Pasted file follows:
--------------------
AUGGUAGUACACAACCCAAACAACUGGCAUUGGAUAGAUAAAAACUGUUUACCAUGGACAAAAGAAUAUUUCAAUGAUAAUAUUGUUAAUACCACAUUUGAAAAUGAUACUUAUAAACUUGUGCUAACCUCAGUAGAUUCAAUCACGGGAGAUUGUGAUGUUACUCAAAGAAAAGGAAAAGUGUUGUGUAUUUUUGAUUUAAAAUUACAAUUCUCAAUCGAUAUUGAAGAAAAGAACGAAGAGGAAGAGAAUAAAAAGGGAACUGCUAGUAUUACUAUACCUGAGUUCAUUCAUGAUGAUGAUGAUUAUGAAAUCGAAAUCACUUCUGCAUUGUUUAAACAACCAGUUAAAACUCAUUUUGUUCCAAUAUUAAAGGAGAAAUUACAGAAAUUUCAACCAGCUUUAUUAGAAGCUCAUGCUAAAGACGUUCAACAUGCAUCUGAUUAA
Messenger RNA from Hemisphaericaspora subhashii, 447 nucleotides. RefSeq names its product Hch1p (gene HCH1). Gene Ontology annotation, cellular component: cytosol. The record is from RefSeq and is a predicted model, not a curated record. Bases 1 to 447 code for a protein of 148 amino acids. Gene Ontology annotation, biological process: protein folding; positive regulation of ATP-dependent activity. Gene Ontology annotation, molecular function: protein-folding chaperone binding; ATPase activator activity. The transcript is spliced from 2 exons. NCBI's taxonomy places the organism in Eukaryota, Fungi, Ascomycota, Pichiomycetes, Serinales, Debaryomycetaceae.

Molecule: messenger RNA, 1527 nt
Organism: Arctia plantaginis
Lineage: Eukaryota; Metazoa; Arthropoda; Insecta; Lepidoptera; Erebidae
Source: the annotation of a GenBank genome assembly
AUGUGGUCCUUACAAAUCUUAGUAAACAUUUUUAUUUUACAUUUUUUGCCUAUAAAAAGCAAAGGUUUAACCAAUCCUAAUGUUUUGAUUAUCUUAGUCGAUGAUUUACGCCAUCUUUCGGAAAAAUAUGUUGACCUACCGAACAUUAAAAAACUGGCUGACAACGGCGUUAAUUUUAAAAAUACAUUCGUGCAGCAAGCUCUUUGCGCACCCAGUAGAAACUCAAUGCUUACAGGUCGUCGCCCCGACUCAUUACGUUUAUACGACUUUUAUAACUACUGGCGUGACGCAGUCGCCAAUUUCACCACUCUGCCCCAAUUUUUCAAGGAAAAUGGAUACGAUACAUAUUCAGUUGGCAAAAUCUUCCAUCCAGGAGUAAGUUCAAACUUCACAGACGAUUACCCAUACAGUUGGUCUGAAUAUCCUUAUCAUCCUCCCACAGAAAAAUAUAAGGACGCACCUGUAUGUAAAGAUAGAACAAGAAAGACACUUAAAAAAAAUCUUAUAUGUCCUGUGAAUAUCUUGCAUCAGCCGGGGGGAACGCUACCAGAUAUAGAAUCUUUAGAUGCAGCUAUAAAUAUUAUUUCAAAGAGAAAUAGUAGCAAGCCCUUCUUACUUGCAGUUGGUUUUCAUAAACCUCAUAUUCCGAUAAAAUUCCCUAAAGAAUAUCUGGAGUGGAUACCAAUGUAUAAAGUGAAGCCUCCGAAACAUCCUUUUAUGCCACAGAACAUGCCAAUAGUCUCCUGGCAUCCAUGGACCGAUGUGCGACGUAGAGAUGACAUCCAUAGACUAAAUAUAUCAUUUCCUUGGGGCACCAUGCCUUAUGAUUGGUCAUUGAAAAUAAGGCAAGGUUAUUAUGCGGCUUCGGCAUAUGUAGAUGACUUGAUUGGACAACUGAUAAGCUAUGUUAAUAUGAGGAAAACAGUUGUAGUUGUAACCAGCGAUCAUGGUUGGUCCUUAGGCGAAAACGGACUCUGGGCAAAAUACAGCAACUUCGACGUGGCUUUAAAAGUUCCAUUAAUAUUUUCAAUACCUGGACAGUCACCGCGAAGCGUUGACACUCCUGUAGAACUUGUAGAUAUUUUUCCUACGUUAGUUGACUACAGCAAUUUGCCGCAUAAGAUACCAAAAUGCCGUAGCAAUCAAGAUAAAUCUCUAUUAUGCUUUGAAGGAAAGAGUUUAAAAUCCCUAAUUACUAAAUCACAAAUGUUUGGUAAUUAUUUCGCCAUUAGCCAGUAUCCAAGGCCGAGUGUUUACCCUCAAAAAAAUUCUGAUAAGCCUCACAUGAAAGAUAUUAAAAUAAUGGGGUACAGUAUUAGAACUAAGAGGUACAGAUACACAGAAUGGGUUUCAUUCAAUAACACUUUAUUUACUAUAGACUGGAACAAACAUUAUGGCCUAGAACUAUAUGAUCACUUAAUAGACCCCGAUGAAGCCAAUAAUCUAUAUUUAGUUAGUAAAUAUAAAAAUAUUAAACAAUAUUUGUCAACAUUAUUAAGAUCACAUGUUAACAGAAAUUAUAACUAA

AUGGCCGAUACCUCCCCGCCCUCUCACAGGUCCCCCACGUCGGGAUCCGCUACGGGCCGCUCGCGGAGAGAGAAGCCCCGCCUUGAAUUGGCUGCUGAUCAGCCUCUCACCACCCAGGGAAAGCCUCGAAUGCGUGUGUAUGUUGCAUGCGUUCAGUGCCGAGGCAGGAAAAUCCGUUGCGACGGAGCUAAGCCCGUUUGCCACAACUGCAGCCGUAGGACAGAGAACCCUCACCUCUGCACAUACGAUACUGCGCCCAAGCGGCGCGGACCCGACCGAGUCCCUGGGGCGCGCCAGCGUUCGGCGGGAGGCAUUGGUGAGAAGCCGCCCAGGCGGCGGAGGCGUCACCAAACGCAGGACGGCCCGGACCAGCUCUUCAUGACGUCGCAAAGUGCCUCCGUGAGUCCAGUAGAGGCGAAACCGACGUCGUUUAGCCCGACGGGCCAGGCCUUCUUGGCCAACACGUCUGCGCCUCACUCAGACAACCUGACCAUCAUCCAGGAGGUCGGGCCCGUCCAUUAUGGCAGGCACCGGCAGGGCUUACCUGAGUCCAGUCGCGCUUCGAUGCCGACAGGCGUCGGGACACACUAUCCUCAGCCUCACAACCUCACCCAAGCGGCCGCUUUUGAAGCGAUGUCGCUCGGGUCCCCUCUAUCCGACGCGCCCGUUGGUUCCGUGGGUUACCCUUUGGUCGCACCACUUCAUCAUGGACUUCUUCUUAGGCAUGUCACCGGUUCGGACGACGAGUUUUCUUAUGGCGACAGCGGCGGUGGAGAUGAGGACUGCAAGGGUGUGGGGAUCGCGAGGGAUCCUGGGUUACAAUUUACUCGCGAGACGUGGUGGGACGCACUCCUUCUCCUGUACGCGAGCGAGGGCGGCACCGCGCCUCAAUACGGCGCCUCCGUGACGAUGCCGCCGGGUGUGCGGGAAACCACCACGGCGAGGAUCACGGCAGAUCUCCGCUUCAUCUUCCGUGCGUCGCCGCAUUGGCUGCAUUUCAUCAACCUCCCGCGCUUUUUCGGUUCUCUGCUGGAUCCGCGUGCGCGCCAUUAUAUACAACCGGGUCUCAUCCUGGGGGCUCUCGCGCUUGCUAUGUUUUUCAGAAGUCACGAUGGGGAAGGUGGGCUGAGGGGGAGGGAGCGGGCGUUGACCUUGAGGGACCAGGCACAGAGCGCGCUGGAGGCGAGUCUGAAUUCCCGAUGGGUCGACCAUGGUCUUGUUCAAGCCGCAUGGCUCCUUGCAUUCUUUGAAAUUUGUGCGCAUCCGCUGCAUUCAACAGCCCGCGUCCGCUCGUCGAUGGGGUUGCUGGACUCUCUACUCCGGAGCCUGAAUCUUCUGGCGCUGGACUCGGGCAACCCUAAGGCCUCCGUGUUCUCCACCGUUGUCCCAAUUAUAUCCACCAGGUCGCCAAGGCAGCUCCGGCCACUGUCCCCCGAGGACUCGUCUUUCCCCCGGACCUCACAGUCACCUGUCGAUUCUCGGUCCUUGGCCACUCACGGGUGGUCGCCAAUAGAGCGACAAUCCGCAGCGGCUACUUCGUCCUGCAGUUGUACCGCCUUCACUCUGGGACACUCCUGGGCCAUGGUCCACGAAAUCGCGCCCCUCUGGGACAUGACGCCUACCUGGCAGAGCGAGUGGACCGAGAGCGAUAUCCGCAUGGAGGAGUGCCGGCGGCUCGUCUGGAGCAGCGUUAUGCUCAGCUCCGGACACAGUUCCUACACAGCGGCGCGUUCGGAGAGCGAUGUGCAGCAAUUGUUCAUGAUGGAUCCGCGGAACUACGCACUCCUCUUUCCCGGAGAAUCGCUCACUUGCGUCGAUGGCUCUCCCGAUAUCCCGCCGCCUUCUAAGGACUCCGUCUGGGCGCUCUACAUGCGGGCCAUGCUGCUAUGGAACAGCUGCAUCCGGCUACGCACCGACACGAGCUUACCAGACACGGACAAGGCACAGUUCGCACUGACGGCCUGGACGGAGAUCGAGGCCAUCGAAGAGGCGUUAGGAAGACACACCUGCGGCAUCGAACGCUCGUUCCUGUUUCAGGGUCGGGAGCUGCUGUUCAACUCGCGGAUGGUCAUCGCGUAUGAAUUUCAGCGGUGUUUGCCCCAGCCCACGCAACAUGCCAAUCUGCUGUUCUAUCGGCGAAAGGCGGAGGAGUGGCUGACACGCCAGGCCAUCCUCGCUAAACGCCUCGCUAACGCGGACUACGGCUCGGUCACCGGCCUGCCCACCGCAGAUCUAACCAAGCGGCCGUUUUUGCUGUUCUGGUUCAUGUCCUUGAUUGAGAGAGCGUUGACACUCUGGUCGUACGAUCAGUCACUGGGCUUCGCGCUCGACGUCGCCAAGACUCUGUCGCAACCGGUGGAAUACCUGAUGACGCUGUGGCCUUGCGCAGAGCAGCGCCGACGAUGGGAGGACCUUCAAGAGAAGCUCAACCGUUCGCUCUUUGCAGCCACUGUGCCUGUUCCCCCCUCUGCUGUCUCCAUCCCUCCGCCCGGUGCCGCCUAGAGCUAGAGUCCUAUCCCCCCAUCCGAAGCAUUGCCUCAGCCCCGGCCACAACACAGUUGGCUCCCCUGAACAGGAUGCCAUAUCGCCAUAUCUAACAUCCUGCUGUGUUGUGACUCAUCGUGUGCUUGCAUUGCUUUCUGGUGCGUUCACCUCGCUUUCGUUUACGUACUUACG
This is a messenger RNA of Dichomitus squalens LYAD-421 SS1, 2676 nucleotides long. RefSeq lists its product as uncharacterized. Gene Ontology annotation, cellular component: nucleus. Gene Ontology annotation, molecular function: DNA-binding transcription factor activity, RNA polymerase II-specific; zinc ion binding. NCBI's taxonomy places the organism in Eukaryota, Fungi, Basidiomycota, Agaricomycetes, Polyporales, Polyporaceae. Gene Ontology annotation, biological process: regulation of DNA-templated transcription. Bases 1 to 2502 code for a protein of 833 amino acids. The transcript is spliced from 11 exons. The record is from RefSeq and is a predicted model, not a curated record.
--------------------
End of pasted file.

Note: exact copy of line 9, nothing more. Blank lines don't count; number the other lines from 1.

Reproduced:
This is a messenger RNA of Dichomitus squalens LYAD-421 SS1, 2676 nucleotides long. RefSeq lists its product as uncharacterized. Gene Ontology annotation, cellular component: nucleus. Gene Ontology annotation, molecular function: DNA-binding transcription factor activity, RNA polymerase II-specific; zinc ion binding. NCBI's taxonomy places the organism in Eukaryota, Fungi, Basidiomycota, Agaricomycetes, Polyporales, Polyporaceae. Gene Ontology annotation, biological process: regulation of DNA-templated transcription. Bases 1 to 2502 code for a protein of 833 amino acids. The transcript is spliced from 11 exons. The record is from RefSeq and is a predicted model, not a curated record.